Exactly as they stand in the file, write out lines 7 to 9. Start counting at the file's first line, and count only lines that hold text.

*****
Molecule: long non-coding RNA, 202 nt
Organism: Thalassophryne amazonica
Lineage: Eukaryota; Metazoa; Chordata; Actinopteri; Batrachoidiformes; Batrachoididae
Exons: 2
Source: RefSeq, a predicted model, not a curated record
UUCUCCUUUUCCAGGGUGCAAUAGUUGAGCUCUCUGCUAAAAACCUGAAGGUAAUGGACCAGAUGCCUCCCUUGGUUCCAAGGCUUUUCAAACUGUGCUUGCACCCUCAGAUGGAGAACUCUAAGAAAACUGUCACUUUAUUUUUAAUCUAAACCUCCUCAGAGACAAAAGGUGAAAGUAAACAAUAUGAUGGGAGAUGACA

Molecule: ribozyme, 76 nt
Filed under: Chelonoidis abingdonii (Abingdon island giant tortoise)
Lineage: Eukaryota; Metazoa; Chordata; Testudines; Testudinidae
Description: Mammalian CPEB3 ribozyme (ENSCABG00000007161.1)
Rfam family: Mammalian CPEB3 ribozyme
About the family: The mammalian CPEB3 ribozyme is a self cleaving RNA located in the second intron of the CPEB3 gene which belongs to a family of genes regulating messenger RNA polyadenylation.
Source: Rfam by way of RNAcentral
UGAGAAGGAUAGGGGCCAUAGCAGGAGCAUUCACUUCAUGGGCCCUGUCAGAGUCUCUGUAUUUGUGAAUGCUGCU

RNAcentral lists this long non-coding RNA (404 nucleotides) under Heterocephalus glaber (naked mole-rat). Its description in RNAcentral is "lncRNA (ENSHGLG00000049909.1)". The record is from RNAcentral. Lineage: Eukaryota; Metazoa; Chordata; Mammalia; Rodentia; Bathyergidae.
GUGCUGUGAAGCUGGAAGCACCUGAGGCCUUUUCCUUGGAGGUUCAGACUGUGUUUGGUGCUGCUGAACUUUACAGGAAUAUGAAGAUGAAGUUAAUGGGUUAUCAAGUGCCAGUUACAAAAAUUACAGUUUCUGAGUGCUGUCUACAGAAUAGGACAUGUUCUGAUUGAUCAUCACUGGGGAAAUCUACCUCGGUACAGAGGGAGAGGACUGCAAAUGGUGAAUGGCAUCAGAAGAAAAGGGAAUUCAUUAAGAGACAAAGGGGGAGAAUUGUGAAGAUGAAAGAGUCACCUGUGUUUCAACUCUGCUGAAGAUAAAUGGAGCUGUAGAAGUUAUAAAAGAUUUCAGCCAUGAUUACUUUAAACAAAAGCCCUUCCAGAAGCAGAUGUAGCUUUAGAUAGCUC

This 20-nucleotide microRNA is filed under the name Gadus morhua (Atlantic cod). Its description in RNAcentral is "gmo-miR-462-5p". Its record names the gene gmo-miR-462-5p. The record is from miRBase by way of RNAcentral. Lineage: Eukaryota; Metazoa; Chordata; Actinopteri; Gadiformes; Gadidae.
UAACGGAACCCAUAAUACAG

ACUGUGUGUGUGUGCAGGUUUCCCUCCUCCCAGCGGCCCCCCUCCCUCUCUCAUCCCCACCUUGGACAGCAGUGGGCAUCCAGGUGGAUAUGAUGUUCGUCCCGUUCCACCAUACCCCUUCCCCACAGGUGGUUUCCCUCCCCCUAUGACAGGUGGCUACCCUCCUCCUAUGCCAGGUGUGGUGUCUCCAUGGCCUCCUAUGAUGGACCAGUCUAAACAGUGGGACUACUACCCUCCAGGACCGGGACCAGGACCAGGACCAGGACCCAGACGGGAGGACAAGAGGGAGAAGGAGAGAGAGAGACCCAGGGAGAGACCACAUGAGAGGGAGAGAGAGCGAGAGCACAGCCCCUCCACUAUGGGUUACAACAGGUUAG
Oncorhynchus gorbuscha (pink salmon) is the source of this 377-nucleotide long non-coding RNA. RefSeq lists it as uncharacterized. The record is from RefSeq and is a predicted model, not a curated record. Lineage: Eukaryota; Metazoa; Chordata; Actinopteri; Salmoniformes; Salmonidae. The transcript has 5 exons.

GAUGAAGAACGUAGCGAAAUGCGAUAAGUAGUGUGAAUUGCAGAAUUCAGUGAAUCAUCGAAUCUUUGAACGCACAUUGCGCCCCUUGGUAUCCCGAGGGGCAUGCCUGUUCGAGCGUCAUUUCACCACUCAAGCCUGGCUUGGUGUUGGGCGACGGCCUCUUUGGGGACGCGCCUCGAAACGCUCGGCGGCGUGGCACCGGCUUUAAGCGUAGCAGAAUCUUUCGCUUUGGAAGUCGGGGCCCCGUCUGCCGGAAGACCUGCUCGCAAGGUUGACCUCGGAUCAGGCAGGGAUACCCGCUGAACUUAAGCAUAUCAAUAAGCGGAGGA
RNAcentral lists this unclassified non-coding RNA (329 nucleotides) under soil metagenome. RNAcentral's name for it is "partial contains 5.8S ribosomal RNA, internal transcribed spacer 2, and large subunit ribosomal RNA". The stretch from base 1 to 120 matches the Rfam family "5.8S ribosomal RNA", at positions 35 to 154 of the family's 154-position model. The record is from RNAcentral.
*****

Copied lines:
Molecule: ribozyme, 76 nt
Filed under: Chelonoidis abingdonii (Abingdon island giant tortoise)
Lineage: Eukaryota; Metazoa; Chordata; Testudines; Testudinidae